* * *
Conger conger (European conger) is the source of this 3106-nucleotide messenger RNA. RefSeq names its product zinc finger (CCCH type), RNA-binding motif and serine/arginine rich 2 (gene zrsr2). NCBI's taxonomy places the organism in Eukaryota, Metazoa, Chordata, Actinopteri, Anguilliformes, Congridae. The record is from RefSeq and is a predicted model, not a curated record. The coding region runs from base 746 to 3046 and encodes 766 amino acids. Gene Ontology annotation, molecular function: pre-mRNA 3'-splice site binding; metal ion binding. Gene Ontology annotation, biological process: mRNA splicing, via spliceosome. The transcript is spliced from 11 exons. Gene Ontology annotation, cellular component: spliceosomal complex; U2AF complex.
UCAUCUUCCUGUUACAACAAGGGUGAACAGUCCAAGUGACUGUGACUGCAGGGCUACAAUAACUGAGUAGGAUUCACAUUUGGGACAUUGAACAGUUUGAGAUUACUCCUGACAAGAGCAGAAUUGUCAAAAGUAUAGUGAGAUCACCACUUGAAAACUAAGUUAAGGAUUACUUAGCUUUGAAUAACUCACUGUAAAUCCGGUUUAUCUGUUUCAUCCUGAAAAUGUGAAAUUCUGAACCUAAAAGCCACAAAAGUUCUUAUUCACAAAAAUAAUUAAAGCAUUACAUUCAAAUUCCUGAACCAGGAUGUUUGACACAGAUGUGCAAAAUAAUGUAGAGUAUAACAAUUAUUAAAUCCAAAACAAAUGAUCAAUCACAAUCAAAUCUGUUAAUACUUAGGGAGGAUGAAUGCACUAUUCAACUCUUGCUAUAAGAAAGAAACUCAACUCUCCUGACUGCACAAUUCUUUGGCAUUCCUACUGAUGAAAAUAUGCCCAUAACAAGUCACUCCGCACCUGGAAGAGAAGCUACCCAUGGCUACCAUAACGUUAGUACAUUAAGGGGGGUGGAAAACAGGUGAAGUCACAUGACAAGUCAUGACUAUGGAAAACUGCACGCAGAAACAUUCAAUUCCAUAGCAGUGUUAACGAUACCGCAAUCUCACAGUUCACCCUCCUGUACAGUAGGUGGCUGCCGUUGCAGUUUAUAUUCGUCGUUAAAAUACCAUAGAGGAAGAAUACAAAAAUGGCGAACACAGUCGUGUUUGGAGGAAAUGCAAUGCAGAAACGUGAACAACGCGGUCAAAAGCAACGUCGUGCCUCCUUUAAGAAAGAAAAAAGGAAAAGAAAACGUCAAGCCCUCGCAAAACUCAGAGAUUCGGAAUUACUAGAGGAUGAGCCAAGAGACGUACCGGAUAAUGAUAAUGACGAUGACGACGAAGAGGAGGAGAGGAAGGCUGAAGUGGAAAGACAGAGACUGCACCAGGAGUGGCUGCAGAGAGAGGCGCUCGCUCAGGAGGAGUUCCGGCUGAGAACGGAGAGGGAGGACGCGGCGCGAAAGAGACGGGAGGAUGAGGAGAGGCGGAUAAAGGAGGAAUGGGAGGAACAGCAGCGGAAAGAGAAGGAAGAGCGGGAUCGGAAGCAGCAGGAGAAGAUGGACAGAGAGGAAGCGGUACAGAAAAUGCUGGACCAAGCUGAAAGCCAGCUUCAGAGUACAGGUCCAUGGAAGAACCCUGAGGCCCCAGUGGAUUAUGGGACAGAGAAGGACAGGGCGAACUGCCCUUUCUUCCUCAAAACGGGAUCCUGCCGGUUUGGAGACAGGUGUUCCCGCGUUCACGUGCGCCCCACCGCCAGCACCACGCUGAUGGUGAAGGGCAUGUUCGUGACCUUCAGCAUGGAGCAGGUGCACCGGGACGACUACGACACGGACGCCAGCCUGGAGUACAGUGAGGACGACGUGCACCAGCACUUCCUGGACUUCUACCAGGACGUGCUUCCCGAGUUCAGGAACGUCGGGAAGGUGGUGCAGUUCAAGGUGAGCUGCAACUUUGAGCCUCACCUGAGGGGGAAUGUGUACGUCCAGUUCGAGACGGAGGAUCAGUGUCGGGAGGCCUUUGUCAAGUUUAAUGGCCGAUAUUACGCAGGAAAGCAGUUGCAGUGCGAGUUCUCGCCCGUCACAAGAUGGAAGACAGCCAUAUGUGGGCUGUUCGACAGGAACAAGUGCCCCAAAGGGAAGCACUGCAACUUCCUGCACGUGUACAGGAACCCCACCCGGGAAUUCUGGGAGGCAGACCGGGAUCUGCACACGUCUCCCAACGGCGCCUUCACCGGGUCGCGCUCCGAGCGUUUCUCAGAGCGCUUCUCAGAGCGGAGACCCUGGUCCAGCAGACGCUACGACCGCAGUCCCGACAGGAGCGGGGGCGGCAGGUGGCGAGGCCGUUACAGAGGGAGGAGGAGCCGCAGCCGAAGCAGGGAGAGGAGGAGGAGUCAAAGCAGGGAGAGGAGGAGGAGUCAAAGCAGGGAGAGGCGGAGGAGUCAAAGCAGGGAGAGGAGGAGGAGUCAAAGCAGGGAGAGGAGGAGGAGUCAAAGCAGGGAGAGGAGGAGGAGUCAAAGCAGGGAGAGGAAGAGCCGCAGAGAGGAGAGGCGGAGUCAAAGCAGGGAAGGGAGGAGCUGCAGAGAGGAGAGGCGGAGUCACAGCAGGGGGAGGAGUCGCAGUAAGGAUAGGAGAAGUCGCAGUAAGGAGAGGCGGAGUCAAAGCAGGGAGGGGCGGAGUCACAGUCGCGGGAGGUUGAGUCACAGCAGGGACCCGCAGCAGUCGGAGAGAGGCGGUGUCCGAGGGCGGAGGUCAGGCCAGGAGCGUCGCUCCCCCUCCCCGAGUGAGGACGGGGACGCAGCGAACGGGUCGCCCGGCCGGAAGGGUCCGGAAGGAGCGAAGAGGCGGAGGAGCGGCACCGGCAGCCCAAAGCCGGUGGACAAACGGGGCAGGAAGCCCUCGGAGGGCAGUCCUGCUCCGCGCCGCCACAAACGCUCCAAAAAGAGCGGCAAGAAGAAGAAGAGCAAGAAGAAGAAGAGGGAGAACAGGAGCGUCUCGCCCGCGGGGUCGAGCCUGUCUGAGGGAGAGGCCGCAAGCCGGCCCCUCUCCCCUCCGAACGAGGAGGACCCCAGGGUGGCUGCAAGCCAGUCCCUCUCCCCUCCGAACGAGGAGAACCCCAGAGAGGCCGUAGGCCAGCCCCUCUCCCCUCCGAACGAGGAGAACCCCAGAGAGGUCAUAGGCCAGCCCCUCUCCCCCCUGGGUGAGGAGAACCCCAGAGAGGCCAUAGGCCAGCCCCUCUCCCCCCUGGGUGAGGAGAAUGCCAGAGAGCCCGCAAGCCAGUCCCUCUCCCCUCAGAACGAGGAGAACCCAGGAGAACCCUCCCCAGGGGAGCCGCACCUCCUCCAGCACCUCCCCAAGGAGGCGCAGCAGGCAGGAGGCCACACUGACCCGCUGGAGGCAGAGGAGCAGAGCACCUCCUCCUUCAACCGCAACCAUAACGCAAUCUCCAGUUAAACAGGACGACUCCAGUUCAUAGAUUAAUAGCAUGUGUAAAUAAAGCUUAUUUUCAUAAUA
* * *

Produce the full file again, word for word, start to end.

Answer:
Conger conger (European conger) is the source of this 3106-nucleotide messenger RNA. RefSeq names its product zinc finger (CCCH type), RNA-binding motif and serine/arginine rich 2 (gene zrsr2). NCBI's taxonomy places the organism in Eukaryota, Metazoa, Chordata, Actinopteri, Anguilliformes, Congridae. The record is from RefSeq and is a predicted model, not a curated record. The coding region runs from base 746 to 3046 and encodes 766 amino acids. Gene Ontology annotation, molecular function: pre-mRNA 3'-splice site binding; metal ion binding. Gene Ontology annotation, biological process: mRNA splicing, via spliceosome. The transcript is spliced from 11 exons. Gene Ontology annotation, cellular component: spliceosomal complex; U2AF complex.
UCAUCUUCCUGUUACAACAAGGGUGAACAGUCCAAGUGACUGUGACUGCAGGGCUACAAUAACUGAGUAGGAUUCACAUUUGGGACAUUGAACAGUUUGAGAUUACUCCUGACAAGAGCAGAAUUGUCAAAAGUAUAGUGAGAUCACCACUUGAAAACUAAGUUAAGGAUUACUUAGCUUUGAAUAACUCACUGUAAAUCCGGUUUAUCUGUUUCAUCCUGAAAAUGUGAAAUUCUGAACCUAAAAGCCACAAAAGUUCUUAUUCACAAAAAUAAUUAAAGCAUUACAUUCAAAUUCCUGAACCAGGAUGUUUGACACAGAUGUGCAAAAUAAUGUAGAGUAUAACAAUUAUUAAAUCCAAAACAAAUGAUCAAUCACAAUCAAAUCUGUUAAUACUUAGGGAGGAUGAAUGCACUAUUCAACUCUUGCUAUAAGAAAGAAACUCAACUCUCCUGACUGCACAAUUCUUUGGCAUUCCUACUGAUGAAAAUAUGCCCAUAACAAGUCACUCCGCACCUGGAAGAGAAGCUACCCAUGGCUACCAUAACGUUAGUACAUUAAGGGGGGUGGAAAACAGGUGAAGUCACAUGACAAGUCAUGACUAUGGAAAACUGCACGCAGAAACAUUCAAUUCCAUAGCAGUGUUAACGAUACCGCAAUCUCACAGUUCACCCUCCUGUACAGUAGGUGGCUGCCGUUGCAGUUUAUAUUCGUCGUUAAAAUACCAUAGAGGAAGAAUACAAAAAUGGCGAACACAGUCGUGUUUGGAGGAAAUGCAAUGCAGAAACGUGAACAACGCGGUCAAAAGCAACGUCGUGCCUCCUUUAAGAAAGAAAAAAGGAAAAGAAAACGUCAAGCCCUCGCAAAACUCAGAGAUUCGGAAUUACUAGAGGAUGAGCCAAGAGACGUACCGGAUAAUGAUAAUGACGAUGACGACGAAGAGGAGGAGAGGAAGGCUGAAGUGGAAAGACAGAGACUGCACCAGGAGUGGCUGCAGAGAGAGGCGCUCGCUCAGGAGGAGUUCCGGCUGAGAACGGAGAGGGAGGACGCGGCGCGAAAGAGACGGGAGGAUGAGGAGAGGCGGAUAAAGGAGGAAUGGGAGGAACAGCAGCGGAAAGAGAAGGAAGAGCGGGAUCGGAAGCAGCAGGAGAAGAUGGACAGAGAGGAAGCGGUACAGAAAAUGCUGGACCAAGCUGAAAGCCAGCUUCAGAGUACAGGUCCAUGGAAGAACCCUGAGGCCCCAGUGGAUUAUGGGACAGAGAAGGACAGGGCGAACUGCCCUUUCUUCCUCAAAACGGGAUCCUGCCGGUUUGGAGACAGGUGUUCCCGCGUUCACGUGCGCCCCACCGCCAGCACCACGCUGAUGGUGAAGGGCAUGUUCGUGACCUUCAGCAUGGAGCAGGUGCACCGGGACGACUACGACACGGACGCCAGCCUGGAGUACAGUGAGGACGACGUGCACCAGCACUUCCUGGACUUCUACCAGGACGUGCUUCCCGAGUUCAGGAACGUCGGGAAGGUGGUGCAGUUCAAGGUGAGCUGCAACUUUGAGCCUCACCUGAGGGGGAAUGUGUACGUCCAGUUCGAGACGGAGGAUCAGUGUCGGGAGGCCUUUGUCAAGUUUAAUGGCCGAUAUUACGCAGGAAAGCAGUUGCAGUGCGAGUUCUCGCCCGUCACAAGAUGGAAGACAGCCAUAUGUGGGCUGUUCGACAGGAACAAGUGCCCCAAAGGGAAGCACUGCAACUUCCUGCACGUGUACAGGAACCCCACCCGGGAAUUCUGGGAGGCAGACCGGGAUCUGCACACGUCUCCCAACGGCGCCUUCACCGGGUCGCGCUCCGAGCGUUUCUCAGAGCGCUUCUCAGAGCGGAGACCCUGGUCCAGCAGACGCUACGACCGCAGUCCCGACAGGAGCGGGGGCGGCAGGUGGCGAGGCCGUUACAGAGGGAGGAGGAGCCGCAGCCGAAGCAGGGAGAGGAGGAGGAGUCAAAGCAGGGAGAGGAGGAGGAGUCAAAGCAGGGAGAGGCGGAGGAGUCAAAGCAGGGAGAGGAGGAGGAGUCAAAGCAGGGAGAGGAGGAGGAGUCAAAGCAGGGAGAGGAGGAGGAGUCAAAGCAGGGAGAGGAAGAGCCGCAGAGAGGAGAGGCGGAGUCAAAGCAGGGAAGGGAGGAGCUGCAGAGAGGAGAGGCGGAGUCACAGCAGGGGGAGGAGUCGCAGUAAGGAUAGGAGAAGUCGCAGUAAGGAGAGGCGGAGUCAAAGCAGGGAGGGGCGGAGUCACAGUCGCGGGAGGUUGAGUCACAGCAGGGACCCGCAGCAGUCGGAGAGAGGCGGUGUCCGAGGGCGGAGGUCAGGCCAGGAGCGUCGCUCCCCCUCCCCGAGUGAGGACGGGGACGCAGCGAACGGGUCGCCCGGCCGGAAGGGUCCGGAAGGAGCGAAGAGGCGGAGGAGCGGCACCGGCAGCCCAAAGCCGGUGGACAAACGGGGCAGGAAGCCCUCGGAGGGCAGUCCUGCUCCGCGCCGCCACAAACGCUCCAAAAAGAGCGGCAAGAAGAAGAAGAGCAAGAAGAAGAAGAGGGAGAACAGGAGCGUCUCGCCCGCGGGGUCGAGCCUGUCUGAGGGAGAGGCCGCAAGCCGGCCCCUCUCCCCUCCGAACGAGGAGGACCCCAGGGUGGCUGCAAGCCAGUCCCUCUCCCCUCCGAACGAGGAGAACCCCAGAGAGGCCGUAGGCCAGCCCCUCUCCCCUCCGAACGAGGAGAACCCCAGAGAGGUCAUAGGCCAGCCCCUCUCCCCCCUGGGUGAGGAGAACCCCAGAGAGGCCAUAGGCCAGCCCCUCUCCCCCCUGGGUGAGGAGAAUGCCAGAGAGCCCGCAAGCCAGUCCCUCUCCCCUCAGAACGAGGAGAACCCAGGAGAACCCUCCCCAGGGGAGCCGCACCUCCUCCAGCACCUCCCCAAGGAGGCGCAGCAGGCAGGAGGCCACACUGACCCGCUGGAGGCAGAGGAGCAGAGCACCUCCUCCUUCAACCGCAACCAUAACGCAAUCUCCAGUUAAACAGGACGACUCCAGUUCAUAGAUUAAUAGCAUGUGUAAAUAAAGCUUAUUUUCAUAAUA